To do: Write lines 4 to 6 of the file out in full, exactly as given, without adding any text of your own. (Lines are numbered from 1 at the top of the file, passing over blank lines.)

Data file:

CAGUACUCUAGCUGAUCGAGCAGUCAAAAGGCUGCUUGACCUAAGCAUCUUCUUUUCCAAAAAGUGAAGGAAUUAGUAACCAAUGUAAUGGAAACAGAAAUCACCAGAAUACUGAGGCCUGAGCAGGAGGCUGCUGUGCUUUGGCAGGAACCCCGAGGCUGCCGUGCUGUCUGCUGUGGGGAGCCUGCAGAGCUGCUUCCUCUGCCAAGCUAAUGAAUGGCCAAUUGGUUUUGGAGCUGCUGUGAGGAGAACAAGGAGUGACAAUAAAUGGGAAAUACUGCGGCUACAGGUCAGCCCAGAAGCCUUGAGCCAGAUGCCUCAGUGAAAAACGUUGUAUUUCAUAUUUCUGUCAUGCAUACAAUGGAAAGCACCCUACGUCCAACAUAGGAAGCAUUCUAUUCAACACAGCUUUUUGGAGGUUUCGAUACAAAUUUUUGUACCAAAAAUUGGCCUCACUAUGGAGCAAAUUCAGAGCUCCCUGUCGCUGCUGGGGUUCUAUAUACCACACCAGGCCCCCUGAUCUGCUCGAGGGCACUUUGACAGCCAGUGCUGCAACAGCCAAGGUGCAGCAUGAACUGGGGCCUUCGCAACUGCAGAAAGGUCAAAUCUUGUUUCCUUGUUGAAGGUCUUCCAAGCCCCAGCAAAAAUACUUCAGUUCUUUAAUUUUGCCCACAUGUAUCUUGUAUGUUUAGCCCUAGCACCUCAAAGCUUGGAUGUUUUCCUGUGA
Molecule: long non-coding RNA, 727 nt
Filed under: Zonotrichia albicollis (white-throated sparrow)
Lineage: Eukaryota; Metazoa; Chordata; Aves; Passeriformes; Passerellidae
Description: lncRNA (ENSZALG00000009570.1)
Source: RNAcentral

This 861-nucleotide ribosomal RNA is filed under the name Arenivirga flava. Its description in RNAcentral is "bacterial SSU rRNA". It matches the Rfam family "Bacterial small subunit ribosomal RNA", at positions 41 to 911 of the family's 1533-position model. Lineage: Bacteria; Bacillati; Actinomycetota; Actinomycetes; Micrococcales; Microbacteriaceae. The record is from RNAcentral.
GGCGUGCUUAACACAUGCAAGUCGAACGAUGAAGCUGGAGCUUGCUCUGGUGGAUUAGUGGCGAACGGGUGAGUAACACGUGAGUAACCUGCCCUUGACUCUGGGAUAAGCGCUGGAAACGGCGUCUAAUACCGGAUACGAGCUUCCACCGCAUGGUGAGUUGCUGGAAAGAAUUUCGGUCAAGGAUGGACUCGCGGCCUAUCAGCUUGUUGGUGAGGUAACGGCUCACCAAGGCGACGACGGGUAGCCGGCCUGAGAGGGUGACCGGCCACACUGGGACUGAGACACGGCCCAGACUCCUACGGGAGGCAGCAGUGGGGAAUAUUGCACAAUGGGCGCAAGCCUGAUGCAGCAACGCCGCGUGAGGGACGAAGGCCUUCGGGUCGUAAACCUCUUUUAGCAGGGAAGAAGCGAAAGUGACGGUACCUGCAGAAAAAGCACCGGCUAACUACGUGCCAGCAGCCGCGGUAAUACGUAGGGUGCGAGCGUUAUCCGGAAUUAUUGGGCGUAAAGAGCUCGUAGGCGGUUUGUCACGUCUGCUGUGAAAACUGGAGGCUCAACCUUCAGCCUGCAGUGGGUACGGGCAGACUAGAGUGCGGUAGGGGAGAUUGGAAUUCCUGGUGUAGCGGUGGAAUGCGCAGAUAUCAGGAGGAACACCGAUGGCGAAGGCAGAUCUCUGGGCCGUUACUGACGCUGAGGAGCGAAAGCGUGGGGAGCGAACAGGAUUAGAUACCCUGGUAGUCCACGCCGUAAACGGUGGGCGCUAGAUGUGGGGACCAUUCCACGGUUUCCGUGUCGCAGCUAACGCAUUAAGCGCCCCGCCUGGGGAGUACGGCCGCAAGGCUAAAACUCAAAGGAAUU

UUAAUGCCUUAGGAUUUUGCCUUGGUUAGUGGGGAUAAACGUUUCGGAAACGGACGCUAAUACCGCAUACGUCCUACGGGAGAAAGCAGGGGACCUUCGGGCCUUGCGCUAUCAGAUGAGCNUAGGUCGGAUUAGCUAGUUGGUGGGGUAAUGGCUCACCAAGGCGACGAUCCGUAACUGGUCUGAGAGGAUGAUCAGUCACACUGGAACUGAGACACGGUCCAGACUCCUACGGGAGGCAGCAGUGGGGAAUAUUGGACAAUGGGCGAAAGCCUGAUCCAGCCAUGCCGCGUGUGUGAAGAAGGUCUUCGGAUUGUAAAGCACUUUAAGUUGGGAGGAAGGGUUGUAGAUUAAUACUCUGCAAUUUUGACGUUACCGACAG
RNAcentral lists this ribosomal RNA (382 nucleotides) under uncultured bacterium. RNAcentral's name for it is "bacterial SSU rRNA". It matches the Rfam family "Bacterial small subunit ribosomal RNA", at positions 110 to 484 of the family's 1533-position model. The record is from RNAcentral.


Lineage: Eukaryota; Metazoa; Chordata; Aves; Passeriformes; Passerellidae
Description: lncRNA (ENSZALG00000009570.1)
Source: RNAcentral